Reimagining American democracy as governance for the future
Suzette Brooks Masters is a social entrepreneur, philanthropic advisor, thought leader and strategist in the fields of democracy, futures and pluralism. She leads the Better Futures Project at the Democracy Funders Network and recently authored Imagining Better Futures for American Democracy from which this piece is adapted.
I recently published Imagining Better Futures for American Democracy after extensive research on what governance innovations might make American democracy more resilient, adaptable and innovative, able both to meet the immense challenges and exploit the vast opportunities the future holds.
Here’s what I found.
American democracy is at a crossroads. Its institutions and processes are under attack and suffer from trust and legitimacy deficits. After a long period of complacency, the pro-democracy movement in America is now keenly aware of the system’s vulnerability and the many forces threatening its continued viability. Numerous efforts to shore it up and protect it, increase voter access and participation, and prevent authoritarian disruption have had some success. But a key ingredient is often missing when system preservation is a primary directive: reimagining our governance model for the future, not the past, so our system functions well, delivers for its people, and is capable of solving problems for future Americans. I call that “futures readiness” and America sorely lacks it.
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The United States — at all levels and across all branches — lags many other countries in adopting and making full use of strategic foresight and futures thinking to chart a course towards our North Star — a more equitable, pluralist, sustainable and abundant society and planet — and prepare fully for the curve balls that will inevitably be hurled at us along the way. It also suffers from a short term orientation with a hyper focus on elections and voting, with less emphasis on new forms of civic engagement like citizen assemblies and other sortition-based approaches that could engage Americans outside of polarizing electoral campaigns.
But I am buoyed by the many ways people, organizations and governments ARE reorienting their focus to imagine better futures and forms of governance, and put the foundations in place to realize those futures. There are many models and experiments to learn from. I share some of these promising innovations here, many of which may not be commonly known, to spark greater interest in adopting them in America.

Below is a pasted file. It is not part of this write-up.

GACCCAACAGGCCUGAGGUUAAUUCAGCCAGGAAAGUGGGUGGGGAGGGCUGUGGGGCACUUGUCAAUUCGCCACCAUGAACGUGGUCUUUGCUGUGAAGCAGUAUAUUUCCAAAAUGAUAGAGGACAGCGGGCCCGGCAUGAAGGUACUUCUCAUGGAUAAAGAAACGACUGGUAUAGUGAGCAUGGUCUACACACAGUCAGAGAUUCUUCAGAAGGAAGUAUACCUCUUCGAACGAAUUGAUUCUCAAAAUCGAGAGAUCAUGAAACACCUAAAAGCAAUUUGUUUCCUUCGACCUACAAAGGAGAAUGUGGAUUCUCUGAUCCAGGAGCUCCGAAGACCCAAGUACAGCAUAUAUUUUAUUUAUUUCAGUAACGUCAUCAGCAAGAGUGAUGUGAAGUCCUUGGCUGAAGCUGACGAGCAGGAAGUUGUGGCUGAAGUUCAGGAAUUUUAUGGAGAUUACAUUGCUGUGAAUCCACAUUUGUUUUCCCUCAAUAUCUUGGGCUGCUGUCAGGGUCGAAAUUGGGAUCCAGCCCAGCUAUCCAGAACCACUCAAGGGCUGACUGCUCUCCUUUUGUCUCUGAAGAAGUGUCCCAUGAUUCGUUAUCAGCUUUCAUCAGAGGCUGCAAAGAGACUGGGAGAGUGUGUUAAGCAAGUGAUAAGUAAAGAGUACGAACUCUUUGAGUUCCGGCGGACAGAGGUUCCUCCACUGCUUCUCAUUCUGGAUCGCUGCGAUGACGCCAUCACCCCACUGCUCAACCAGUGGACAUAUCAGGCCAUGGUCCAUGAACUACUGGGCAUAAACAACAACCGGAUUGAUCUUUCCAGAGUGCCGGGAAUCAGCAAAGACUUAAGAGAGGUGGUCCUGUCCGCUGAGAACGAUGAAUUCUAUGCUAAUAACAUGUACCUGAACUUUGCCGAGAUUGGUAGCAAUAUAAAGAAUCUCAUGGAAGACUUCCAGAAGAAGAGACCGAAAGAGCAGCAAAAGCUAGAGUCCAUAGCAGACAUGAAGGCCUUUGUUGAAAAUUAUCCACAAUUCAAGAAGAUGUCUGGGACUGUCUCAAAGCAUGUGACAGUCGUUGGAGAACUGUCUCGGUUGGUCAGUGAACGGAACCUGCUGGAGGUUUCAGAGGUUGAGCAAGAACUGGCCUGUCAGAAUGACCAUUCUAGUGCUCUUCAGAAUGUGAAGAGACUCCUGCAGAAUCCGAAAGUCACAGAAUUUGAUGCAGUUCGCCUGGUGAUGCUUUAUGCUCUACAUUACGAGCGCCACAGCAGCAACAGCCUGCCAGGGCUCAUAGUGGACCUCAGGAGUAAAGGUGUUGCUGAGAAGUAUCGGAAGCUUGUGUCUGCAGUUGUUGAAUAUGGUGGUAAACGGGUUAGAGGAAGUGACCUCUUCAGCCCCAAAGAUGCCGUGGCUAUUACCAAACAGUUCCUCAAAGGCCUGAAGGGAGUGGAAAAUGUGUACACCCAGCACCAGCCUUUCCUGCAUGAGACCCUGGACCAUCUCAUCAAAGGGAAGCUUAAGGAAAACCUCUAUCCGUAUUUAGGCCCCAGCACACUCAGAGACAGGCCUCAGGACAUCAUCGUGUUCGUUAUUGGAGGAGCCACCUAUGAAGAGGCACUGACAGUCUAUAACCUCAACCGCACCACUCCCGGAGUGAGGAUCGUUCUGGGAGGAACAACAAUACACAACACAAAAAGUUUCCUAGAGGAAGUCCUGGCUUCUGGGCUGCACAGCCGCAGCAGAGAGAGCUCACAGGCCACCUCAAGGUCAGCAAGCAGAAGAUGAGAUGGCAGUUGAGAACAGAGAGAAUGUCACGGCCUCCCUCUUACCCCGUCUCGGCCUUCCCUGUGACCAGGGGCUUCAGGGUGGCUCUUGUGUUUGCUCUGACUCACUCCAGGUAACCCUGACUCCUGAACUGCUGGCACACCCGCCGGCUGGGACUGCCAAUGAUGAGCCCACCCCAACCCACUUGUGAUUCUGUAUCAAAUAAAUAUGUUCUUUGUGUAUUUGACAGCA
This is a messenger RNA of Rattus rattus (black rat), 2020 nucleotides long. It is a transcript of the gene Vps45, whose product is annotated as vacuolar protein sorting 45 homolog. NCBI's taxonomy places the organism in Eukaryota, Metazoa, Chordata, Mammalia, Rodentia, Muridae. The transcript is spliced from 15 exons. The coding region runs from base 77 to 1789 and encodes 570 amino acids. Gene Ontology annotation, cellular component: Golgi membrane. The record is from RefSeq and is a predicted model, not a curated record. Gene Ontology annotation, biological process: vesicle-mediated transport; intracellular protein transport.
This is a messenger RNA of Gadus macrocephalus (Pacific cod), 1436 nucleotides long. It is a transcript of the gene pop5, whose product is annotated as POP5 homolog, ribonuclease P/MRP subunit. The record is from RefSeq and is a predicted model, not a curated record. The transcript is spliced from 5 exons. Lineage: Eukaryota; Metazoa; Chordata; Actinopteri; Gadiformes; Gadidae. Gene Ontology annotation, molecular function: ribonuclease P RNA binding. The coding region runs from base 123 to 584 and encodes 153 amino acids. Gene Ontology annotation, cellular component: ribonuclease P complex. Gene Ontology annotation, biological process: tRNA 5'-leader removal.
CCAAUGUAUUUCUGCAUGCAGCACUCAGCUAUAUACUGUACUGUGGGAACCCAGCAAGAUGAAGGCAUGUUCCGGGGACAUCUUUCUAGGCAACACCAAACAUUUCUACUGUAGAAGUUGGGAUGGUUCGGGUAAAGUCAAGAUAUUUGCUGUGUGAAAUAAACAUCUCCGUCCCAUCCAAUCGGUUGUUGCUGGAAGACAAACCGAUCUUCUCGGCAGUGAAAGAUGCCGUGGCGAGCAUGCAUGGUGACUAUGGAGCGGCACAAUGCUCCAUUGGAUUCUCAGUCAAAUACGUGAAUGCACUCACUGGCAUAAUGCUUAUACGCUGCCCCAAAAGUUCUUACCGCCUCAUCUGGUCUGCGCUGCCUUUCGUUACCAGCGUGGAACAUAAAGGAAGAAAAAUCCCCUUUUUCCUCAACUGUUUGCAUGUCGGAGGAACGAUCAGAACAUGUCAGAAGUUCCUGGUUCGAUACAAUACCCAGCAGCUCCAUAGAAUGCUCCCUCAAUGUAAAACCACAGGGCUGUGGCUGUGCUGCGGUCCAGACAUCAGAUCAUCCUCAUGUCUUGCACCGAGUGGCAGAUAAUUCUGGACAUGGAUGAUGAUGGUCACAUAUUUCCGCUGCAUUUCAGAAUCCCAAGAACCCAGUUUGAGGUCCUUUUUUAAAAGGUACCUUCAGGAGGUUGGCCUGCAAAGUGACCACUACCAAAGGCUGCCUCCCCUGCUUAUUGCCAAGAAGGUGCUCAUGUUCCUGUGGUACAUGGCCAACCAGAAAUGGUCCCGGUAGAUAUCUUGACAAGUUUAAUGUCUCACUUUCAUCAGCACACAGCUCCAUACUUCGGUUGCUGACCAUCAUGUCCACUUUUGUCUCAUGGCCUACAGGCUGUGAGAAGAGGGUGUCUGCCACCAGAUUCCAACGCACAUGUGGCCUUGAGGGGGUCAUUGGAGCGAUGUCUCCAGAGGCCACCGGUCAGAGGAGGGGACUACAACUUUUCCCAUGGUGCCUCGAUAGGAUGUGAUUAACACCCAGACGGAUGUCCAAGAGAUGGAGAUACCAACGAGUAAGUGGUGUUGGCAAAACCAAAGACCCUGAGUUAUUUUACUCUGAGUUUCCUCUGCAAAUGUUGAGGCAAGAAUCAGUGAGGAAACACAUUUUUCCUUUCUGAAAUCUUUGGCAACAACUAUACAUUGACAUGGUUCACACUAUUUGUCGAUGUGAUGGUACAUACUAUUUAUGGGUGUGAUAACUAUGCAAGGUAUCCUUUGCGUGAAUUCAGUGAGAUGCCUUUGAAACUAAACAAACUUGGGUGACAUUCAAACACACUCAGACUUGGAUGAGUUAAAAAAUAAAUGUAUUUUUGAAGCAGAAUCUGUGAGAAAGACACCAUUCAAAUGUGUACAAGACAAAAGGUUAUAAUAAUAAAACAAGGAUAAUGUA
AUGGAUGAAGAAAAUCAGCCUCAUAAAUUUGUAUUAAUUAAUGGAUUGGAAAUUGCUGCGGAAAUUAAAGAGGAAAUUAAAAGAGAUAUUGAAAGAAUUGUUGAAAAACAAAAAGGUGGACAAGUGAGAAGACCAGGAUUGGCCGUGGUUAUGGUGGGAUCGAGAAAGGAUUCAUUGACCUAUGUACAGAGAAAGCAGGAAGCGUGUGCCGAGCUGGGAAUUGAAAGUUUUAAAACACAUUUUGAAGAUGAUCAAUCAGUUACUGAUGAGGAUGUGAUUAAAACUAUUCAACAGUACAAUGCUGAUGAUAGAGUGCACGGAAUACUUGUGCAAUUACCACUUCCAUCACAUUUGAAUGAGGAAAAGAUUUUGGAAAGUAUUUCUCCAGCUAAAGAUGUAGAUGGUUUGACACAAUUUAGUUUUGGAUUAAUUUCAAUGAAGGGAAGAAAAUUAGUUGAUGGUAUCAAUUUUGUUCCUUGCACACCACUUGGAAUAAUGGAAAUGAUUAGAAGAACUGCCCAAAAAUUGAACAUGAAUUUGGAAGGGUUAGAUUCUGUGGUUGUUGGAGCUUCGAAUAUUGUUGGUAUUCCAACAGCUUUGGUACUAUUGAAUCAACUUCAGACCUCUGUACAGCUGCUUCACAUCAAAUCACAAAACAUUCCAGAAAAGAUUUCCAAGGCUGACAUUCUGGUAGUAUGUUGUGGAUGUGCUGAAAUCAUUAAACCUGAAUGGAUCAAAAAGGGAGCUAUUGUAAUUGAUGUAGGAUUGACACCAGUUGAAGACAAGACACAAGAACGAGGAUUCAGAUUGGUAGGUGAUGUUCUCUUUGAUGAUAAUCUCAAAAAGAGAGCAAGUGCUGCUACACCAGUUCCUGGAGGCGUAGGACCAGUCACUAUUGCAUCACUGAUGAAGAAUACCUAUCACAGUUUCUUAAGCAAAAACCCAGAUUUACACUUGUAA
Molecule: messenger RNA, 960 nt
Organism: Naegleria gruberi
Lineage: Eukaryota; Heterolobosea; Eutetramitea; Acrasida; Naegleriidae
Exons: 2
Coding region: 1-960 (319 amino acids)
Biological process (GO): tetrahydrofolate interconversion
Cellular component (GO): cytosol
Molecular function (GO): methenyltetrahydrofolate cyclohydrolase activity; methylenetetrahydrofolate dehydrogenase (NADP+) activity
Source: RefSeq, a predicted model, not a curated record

The Future Is Already Here
After I read Kim Stanley Robinson’s Ministry for the Future, the widely read and highly influential work of climate fiction, I happily learned that the fictional Ministry for the Future that features prominently in the story was based on governance roles that already exist, although Robinson enhanced them in his speculative future world. That made me realize that the seeds of the future already exist around us, if we can discern and nurture them.
Governance for the future is a dynamic area, still in its infancy. I expect it will continue to evolve rapidly, particularly as nations, international bodies, civil society actors and publics seek to respond to collective problems in new, responsible ways capable of meeting the critical moment we are in, and youth voices gain prominence and power.
While it’s too soon to know exactly what models and tools will work best in which types of situations, many emergent approaches use the pivotal concept of intergenerational fairness, emphasize the need to imagine alternative futures, and use “futures thinking” tools and techniques to widen horizons, challenge assumptions, work backwards from preferred futures to inform action in the present, and stress test decision making against different possible future scenarios.
Below, I discuss four types of innovations to bring “futures thinking” into governance.
● New governance models and public service roles designed to bring about desirable futures and incorporate the interests of future generations, not only current ones.
● New frameworks to assess how current policies will affect future generations.
● Proxies to represent the interests of future generation stakeholders.
● Skills to help policy makers, government officials and civil society actors think about, imagine and plan for a range of possible futures.
New Governance Models and Roles